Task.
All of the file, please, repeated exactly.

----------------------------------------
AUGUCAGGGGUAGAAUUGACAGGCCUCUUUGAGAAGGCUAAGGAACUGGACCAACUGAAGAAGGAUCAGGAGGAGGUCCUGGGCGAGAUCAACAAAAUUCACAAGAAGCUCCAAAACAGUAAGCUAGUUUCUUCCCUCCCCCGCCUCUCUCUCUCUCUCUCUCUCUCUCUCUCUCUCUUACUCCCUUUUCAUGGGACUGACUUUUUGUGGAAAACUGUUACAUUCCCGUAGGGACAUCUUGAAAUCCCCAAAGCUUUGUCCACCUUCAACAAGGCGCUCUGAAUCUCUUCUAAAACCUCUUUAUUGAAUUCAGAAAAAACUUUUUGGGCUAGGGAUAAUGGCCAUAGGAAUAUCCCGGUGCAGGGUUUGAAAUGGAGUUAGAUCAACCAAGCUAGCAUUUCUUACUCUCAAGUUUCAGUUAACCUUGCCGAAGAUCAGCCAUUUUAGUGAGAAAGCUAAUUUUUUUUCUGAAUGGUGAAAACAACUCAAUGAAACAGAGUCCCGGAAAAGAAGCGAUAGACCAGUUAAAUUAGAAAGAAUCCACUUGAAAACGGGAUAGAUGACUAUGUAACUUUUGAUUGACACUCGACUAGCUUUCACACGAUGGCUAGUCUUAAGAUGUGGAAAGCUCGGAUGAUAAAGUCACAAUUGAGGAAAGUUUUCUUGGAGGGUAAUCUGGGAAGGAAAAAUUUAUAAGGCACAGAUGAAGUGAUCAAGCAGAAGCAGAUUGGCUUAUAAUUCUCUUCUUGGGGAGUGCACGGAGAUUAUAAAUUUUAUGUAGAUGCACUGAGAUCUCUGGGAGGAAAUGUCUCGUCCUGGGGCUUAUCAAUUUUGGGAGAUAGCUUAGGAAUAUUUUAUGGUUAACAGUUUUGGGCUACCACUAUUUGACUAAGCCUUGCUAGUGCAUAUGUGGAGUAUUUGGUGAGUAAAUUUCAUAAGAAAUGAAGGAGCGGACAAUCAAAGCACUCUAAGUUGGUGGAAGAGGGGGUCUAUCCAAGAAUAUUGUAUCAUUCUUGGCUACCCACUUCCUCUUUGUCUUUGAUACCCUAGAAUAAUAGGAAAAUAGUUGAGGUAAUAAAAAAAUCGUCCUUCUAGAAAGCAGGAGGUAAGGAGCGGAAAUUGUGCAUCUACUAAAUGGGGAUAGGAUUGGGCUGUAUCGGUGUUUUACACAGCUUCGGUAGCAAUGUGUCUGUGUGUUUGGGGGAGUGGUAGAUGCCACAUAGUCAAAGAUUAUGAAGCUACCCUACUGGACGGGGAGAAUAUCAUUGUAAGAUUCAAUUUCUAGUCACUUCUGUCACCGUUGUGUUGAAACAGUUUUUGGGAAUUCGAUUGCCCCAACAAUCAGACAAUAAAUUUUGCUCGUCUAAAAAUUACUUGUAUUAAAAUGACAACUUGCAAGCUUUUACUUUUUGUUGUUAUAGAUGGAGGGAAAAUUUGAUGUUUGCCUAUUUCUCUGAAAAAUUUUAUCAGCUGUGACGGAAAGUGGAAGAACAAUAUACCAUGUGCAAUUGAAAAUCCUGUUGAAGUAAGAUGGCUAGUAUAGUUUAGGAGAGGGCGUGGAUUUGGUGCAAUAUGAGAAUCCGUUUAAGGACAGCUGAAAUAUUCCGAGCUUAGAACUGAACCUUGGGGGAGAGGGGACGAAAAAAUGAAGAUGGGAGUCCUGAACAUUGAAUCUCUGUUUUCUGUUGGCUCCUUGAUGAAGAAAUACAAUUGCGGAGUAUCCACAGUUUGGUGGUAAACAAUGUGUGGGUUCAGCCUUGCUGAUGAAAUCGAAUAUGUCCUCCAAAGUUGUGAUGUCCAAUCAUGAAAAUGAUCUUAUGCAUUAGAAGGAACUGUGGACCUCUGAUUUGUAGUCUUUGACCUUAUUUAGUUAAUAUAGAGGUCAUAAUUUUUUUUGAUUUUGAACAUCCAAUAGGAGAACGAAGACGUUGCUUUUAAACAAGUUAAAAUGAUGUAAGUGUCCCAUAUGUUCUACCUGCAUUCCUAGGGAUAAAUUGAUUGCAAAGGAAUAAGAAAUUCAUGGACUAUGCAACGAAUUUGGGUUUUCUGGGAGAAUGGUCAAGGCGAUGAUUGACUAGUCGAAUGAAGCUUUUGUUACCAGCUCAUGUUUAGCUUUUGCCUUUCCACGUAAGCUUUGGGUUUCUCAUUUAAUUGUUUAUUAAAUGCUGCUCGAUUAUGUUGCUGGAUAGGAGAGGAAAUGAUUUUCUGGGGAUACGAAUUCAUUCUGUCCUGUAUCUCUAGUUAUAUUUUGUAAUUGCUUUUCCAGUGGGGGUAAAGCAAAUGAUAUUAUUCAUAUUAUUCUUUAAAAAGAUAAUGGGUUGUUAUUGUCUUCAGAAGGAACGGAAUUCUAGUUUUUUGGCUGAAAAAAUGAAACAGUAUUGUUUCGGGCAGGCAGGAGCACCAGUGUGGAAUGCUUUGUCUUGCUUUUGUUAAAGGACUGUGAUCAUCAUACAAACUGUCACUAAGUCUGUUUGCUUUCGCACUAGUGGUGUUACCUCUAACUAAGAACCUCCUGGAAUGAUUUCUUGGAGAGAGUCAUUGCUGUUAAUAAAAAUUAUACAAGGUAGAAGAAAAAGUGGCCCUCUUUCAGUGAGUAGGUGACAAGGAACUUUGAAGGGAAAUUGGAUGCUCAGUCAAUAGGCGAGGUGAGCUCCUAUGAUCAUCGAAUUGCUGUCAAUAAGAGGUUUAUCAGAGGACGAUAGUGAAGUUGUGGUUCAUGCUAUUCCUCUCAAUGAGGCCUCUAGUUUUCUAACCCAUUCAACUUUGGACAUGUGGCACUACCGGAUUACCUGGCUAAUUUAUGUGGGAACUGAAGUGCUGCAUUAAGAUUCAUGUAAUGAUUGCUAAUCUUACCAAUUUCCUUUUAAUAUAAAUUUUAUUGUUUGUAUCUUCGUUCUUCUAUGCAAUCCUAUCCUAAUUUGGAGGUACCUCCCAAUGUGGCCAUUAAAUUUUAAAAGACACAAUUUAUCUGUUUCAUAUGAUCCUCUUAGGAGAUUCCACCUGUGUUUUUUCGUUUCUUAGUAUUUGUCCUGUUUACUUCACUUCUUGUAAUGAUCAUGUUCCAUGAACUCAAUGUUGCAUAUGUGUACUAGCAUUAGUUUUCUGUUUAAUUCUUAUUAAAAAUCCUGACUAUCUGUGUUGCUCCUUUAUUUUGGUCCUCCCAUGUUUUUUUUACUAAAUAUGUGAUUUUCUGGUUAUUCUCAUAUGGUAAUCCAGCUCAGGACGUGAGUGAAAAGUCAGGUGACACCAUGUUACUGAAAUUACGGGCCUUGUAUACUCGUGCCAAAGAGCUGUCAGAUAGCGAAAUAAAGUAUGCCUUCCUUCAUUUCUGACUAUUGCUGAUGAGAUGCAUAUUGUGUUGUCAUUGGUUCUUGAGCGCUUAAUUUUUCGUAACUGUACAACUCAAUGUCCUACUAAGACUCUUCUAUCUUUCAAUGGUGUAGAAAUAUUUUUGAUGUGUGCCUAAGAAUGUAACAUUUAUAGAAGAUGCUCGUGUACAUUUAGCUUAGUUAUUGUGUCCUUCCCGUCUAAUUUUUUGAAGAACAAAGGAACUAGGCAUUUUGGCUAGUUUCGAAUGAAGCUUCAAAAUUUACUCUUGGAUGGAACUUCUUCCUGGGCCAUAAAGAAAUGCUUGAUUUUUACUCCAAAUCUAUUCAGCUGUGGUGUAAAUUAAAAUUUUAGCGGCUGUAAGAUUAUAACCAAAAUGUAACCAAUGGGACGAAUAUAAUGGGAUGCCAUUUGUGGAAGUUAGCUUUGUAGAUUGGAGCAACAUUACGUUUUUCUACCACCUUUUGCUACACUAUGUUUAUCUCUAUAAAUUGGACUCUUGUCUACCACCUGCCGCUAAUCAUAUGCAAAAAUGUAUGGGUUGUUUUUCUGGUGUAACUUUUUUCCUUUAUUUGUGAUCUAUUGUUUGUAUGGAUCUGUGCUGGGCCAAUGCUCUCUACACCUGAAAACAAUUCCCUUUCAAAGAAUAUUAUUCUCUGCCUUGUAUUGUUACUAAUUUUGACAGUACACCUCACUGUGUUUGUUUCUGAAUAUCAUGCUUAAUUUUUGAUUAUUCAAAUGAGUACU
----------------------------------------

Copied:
AUGUCAGGGGUAGAAUUGACAGGCCUCUUUGAGAAGGCUAAGGAACUGGACCAACUGAAGAAGGAUCAGGAGGAGGUCCUGGGCGAGAUCAACAAAAUUCACAAGAAGCUCCAAAACAGUAAGCUAGUUUCUUCCCUCCCCCGCCUCUCUCUCUCUCUCUCUCUCUCUCUCUCUCUCUUACUCCCUUUUCAUGGGACUGACUUUUUGUGGAAAACUGUUACAUUCCCGUAGGGACAUCUUGAAAUCCCCAAAGCUUUGUCCACCUUCAACAAGGCGCUCUGAAUCUCUUCUAAAACCUCUUUAUUGAAUUCAGAAAAAACUUUUUGGGCUAGGGAUAAUGGCCAUAGGAAUAUCCCGGUGCAGGGUUUGAAAUGGAGUUAGAUCAACCAAGCUAGCAUUUCUUACUCUCAAGUUUCAGUUAACCUUGCCGAAGAUCAGCCAUUUUAGUGAGAAAGCUAAUUUUUUUUCUGAAUGGUGAAAACAACUCAAUGAAACAGAGUCCCGGAAAAGAAGCGAUAGACCAGUUAAAUUAGAAAGAAUCCACUUGAAAACGGGAUAGAUGACUAUGUAACUUUUGAUUGACACUCGACUAGCUUUCACACGAUGGCUAGUCUUAAGAUGUGGAAAGCUCGGAUGAUAAAGUCACAAUUGAGGAAAGUUUUCUUGGAGGGUAAUCUGGGAAGGAAAAAUUUAUAAGGCACAGAUGAAGUGAUCAAGCAGAAGCAGAUUGGCUUAUAAUUCUCUUCUUGGGGAGUGCACGGAGAUUAUAAAUUUUAUGUAGAUGCACUGAGAUCUCUGGGAGGAAAUGUCUCGUCCUGGGGCUUAUCAAUUUUGGGAGAUAGCUUAGGAAUAUUUUAUGGUUAACAGUUUUGGGCUACCACUAUUUGACUAAGCCUUGCUAGUGCAUAUGUGGAGUAUUUGGUGAGUAAAUUUCAUAAGAAAUGAAGGAGCGGACAAUCAAAGCACUCUAAGUUGGUGGAAGAGGGGGUCUAUCCAAGAAUAUUGUAUCAUUCUUGGCUACCCACUUCCUCUUUGUCUUUGAUACCCUAGAAUAAUAGGAAAAUAGUUGAGGUAAUAAAAAAAUCGUCCUUCUAGAAAGCAGGAGGUAAGGAGCGGAAAUUGUGCAUCUACUAAAUGGGGAUAGGAUUGGGCUGUAUCGGUGUUUUACACAGCUUCGGUAGCAAUGUGUCUGUGUGUUUGGGGGAGUGGUAGAUGCCACAUAGUCAAAGAUUAUGAAGCUACCCUACUGGACGGGGAGAAUAUCAUUGUAAGAUUCAAUUUCUAGUCACUUCUGUCACCGUUGUGUUGAAACAGUUUUUGGGAAUUCGAUUGCCCCAACAAUCAGACAAUAAAUUUUGCUCGUCUAAAAAUUACUUGUAUUAAAAUGACAACUUGCAAGCUUUUACUUUUUGUUGUUAUAGAUGGAGGGAAAAUUUGAUGUUUGCCUAUUUCUCUGAAAAAUUUUAUCAGCUGUGACGGAAAGUGGAAGAACAAUAUACCAUGUGCAAUUGAAAAUCCUGUUGAAGUAAGAUGGCUAGUAUAGUUUAGGAGAGGGCGUGGAUUUGGUGCAAUAUGAGAAUCCGUUUAAGGACAGCUGAAAUAUUCCGAGCUUAGAACUGAACCUUGGGGGAGAGGGGACGAAAAAAUGAAGAUGGGAGUCCUGAACAUUGAAUCUCUGUUUUCUGUUGGCUCCUUGAUGAAGAAAUACAAUUGCGGAGUAUCCACAGUUUGGUGGUAAACAAUGUGUGGGUUCAGCCUUGCUGAUGAAAUCGAAUAUGUCCUCCAAAGUUGUGAUGUCCAAUCAUGAAAAUGAUCUUAUGCAUUAGAAGGAACUGUGGACCUCUGAUUUGUAGUCUUUGACCUUAUUUAGUUAAUAUAGAGGUCAUAAUUUUUUUUGAUUUUGAACAUCCAAUAGGAGAACGAAGACGUUGCUUUUAAACAAGUUAAAAUGAUGUAAGUGUCCCAUAUGUUCUACCUGCAUUCCUAGGGAUAAAUUGAUUGCAAAGGAAUAAGAAAUUCAUGGACUAUGCAACGAAUUUGGGUUUUCUGGGAGAAUGGUCAAGGCGAUGAUUGACUAGUCGAAUGAAGCUUUUGUUACCAGCUCAUGUUUAGCUUUUGCCUUUCCACGUAAGCUUUGGGUUUCUCAUUUAAUUGUUUAUUAAAUGCUGCUCGAUUAUGUUGCUGGAUAGGAGAGGAAAUGAUUUUCUGGGGAUACGAAUUCAUUCUGUCCUGUAUCUCUAGUUAUAUUUUGUAAUUGCUUUUCCAGUGGGGGUAAAGCAAAUGAUAUUAUUCAUAUUAUUCUUUAAAAAGAUAAUGGGUUGUUAUUGUCUUCAGAAGGAACGGAAUUCUAGUUUUUUGGCUGAAAAAAUGAAACAGUAUUGUUUCGGGCAGGCAGGAGCACCAGUGUGGAAUGCUUUGUCUUGCUUUUGUUAAAGGACUGUGAUCAUCAUACAAACUGUCACUAAGUCUGUUUGCUUUCGCACUAGUGGUGUUACCUCUAACUAAGAACCUCCUGGAAUGAUUUCUUGGAGAGAGUCAUUGCUGUUAAUAAAAAUUAUACAAGGUAGAAGAAAAAGUGGCCCUCUUUCAGUGAGUAGGUGACAAGGAACUUUGAAGGGAAAUUGGAUGCUCAGUCAAUAGGCGAGGUGAGCUCCUAUGAUCAUCGAAUUGCUGUCAAUAAGAGGUUUAUCAGAGGACGAUAGUGAAGUUGUGGUUCAUGCUAUUCCUCUCAAUGAGGCCUCUAGUUUUCUAACCCAUUCAACUUUGGACAUGUGGCACUACCGGAUUACCUGGCUAAUUUAUGUGGGAACUGAAGUGCUGCAUUAAGAUUCAUGUAAUGAUUGCUAAUCUUACCAAUUUCCUUUUAAUAUAAAUUUUAUUGUUUGUAUCUUCGUUCUUCUAUGCAAUCCUAUCCUAAUUUGGAGGUACCUCCCAAUGUGGCCAUUAAAUUUUAAAAGACACAAUUUAUCUGUUUCAUAUGAUCCUCUUAGGAGAUUCCACCUGUGUUUUUUCGUUUCUUAGUAUUUGUCCUGUUUACUUCACUUCUUGUAAUGAUCAUGUUCCAUGAACUCAAUGUUGCAUAUGUGUACUAGCAUUAGUUUUCUGUUUAAUUCUUAUUAAAAAUCCUGACUAUCUGUGUUGCUCCUUUAUUUUGGUCCUCCCAUGUUUUUUUUACUAAAUAUGUGAUUUUCUGGUUAUUCUCAUAUGGUAAUCCAGCUCAGGACGUGAGUGAAAAGUCAGGUGACACCAUGUUACUGAAAUUACGGGCCUUGUAUACUCGUGCCAAAGAGCUGUCAGAUAGCGAAAUAAAGUAUGCCUUCCUUCAUUUCUGACUAUUGCUGAUGAGAUGCAUAUUGUGUUGUCAUUGGUUCUUGAGCGCUUAAUUUUUCGUAACUGUACAACUCAAUGUCCUACUAAGACUCUUCUAUCUUUCAAUGGUGUAGAAAUAUUUUUGAUGUGUGCCUAAGAAUGUAACAUUUAUAGAAGAUGCUCGUGUACAUUUAGCUUAGUUAUUGUGUCCUUCCCGUCUAAUUUUUUGAAGAACAAAGGAACUAGGCAUUUUGGCUAGUUUCGAAUGAAGCUUCAAAAUUUACUCUUGGAUGGAACUUCUUCCUGGGCCAUAAAGAAAUGCUUGAUUUUUACUCCAAAUCUAUUCAGCUGUGGUGUAAAUUAAAAUUUUAGCGGCUGUAAGAUUAUAACCAAAAUGUAACCAAUGGGACGAAUAUAAUGGGAUGCCAUUUGUGGAAGUUAGCUUUGUAGAUUGGAGCAACAUUACGUUUUUCUACCACCUUUUGCUACACUAUGUUUAUCUCUAUAAAUUGGACUCUUGUCUACCACCUGCCGCUAAUCAUAUGCAAAAAUGUAUGGGUUGUUUUUCUGGUGUAACUUUUUUCCUUUAUUUGUGAUCUAUUGUUUGUAUGGAUCUGUGCUGGGCCAAUGCUCUCUACACCUGAAAACAAUUCCCUUUCAAAGAAUAUUAUUCUCUGCCUUGUAUUGUUACUAAUUUUGACAGUACACCUCACUGUGUUUGUUUCUGAAUAUCAUGCUUAAUUUUUGAUUAUUCAAAUGAGUACU